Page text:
What is clear is that Flynn provided a service to a Russian company formally blacklisted by the Pentagon for activities contrary to US Interests. What is also beyond doubt is that at that very time, that company was searching for data that the Pentagon refused to share, because -as it would later argue in defending its FOIA redactions – the sources for such information was highly sensitive and its disclosure would affect US’s national security.
Yet, Flynn had access to such data due to his residual security clearance.
Based on Flynn’s security clearance level, he would have had access to the USTRANSCOM’s unredacted assessment dated February 18th 2015, which motivated the Pentagon’s conclusion that Volga-Dnepr was acting against US interests, was promoting weapons proliferation and was assisting regimes hostile to the US. He would have had ample opportunity to recuse himself from the engagement with Volga-Dnepr after such discovery. He did not, and proceeded to receive payment from Volga-Dnepr in August 2015.
I cannot be certain that Flynn was engaged and received payment for providing (or attempting to supply) confidential, classified data to a company blacklisted by the Pentagon. However the timing, as well as Flynn’s unique qualifications, at least suggest that the payment was likely to be linked to Volga-Dnepr’s struggle to obtain information that the Pentagon was refusing to share out of security concerns.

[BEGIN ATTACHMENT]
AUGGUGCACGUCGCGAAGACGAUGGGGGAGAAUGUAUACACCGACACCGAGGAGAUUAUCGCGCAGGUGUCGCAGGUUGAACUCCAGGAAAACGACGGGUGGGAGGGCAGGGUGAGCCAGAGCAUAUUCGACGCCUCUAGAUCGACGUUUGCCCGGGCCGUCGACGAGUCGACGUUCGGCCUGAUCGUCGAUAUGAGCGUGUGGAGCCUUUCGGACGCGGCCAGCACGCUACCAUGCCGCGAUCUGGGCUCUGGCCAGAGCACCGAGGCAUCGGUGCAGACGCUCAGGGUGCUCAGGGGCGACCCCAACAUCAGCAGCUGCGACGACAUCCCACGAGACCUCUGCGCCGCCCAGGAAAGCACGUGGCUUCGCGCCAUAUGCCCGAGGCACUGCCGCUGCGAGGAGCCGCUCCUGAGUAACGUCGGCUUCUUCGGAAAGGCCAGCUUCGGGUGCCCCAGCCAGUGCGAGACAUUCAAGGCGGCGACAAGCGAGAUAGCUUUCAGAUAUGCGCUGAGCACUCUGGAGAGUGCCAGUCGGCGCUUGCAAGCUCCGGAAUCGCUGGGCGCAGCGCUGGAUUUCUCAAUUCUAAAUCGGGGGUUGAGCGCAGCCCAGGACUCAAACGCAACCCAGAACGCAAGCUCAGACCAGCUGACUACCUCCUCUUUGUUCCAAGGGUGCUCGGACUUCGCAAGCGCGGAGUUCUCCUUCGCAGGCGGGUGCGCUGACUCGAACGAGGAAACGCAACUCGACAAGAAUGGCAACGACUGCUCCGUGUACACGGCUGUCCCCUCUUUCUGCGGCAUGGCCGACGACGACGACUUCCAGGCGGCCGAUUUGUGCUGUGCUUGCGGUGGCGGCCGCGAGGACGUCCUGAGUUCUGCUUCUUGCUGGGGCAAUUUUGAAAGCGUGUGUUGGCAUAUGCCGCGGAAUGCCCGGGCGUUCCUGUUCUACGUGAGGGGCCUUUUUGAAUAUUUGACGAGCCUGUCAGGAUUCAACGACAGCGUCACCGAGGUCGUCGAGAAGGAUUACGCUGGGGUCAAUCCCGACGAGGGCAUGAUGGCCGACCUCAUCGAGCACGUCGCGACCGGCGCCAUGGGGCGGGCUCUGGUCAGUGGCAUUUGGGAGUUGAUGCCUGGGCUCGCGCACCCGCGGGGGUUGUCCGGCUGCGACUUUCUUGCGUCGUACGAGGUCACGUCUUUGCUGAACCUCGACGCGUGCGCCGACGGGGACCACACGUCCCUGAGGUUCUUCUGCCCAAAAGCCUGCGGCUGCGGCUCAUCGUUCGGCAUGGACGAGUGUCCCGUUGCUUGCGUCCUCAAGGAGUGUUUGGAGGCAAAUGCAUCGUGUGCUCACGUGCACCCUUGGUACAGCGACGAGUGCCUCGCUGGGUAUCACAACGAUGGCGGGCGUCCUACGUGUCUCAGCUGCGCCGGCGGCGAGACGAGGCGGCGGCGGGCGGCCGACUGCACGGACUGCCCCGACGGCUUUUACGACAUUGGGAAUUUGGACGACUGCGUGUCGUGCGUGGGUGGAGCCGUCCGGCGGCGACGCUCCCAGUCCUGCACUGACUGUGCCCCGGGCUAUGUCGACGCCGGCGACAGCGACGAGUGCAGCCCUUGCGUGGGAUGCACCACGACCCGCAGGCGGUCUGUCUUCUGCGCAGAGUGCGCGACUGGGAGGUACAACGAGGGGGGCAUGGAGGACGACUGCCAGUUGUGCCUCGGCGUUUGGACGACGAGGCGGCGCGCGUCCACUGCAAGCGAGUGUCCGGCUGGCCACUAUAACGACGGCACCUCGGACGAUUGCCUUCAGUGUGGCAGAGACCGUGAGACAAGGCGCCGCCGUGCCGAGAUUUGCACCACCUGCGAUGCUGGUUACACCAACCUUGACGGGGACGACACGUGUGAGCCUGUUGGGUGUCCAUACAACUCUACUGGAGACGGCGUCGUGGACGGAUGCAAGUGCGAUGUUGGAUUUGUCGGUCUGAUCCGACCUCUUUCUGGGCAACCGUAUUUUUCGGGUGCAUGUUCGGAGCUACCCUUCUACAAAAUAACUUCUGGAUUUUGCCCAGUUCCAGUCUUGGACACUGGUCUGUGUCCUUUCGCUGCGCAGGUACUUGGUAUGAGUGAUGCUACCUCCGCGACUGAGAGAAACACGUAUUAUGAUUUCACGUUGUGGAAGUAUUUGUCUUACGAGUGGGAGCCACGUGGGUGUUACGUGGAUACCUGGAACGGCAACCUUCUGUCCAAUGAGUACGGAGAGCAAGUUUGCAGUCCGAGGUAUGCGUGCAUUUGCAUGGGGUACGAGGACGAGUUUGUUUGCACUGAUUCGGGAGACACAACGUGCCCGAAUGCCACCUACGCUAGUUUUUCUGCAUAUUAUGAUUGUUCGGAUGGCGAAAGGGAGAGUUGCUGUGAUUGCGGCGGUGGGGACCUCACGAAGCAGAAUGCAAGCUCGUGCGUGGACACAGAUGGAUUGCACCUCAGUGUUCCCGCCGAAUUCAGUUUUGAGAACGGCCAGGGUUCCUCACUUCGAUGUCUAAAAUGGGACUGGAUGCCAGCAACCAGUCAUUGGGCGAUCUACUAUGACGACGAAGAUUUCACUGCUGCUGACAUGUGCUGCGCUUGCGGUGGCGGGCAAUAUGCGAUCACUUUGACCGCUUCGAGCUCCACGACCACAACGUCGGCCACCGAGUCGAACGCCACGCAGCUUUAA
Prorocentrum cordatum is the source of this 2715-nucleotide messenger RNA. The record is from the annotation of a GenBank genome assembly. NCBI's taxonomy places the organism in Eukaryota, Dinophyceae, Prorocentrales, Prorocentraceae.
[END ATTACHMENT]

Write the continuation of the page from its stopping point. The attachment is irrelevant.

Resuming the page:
Neither Flynn nor Volga-Dnepr have responded to media requests for comments on the nature of the service relationship.
If my hypotethesis turns out to be true, Flynn’s Moscow shopping trip may be the least of his problems. The scariest part is that none of this is in the Congress Committee’s report.
UPDATE ON 3/17/2017 at 10 pm:
Volga-Dnepr have published a statement that the $11,250 paid to General Flynn was for a speech Flynn made at a Middle East & African Spedition & Security conference in Washington, D.C . that was sponsored by Volga-Dnepr’s subsidiary Volga Dnepr Unique Air Cargo. Volga Dnepr, somewhat quizzically, says there is no connection between the selection of Flynn as speaker and his future appointment as national security adviser to Donald Trump.
At the time of the conference, Volga-Dnepr Unique Air was suffering significant loss of clients due to its reputatiin damage following its being blacklisted by the Pentagon, as can be seen in this letter by the company to USTRANSCOM from Feb 24 2015:
Therefore, the idea that Unique Air would pay General Flynn, the former DIA chief, to speak at an international arms conference, at its invitation and on its behalf, would not be out of the question.
If this was the sole relationship between Flynn and Volga Dnepr, the only question that remains is that of the moral and political choice by Flynn to speak on behalf of a company of which he had knowledge to have been blacklisted by the Pengagon, over issues at serious odds with US law and national security interest.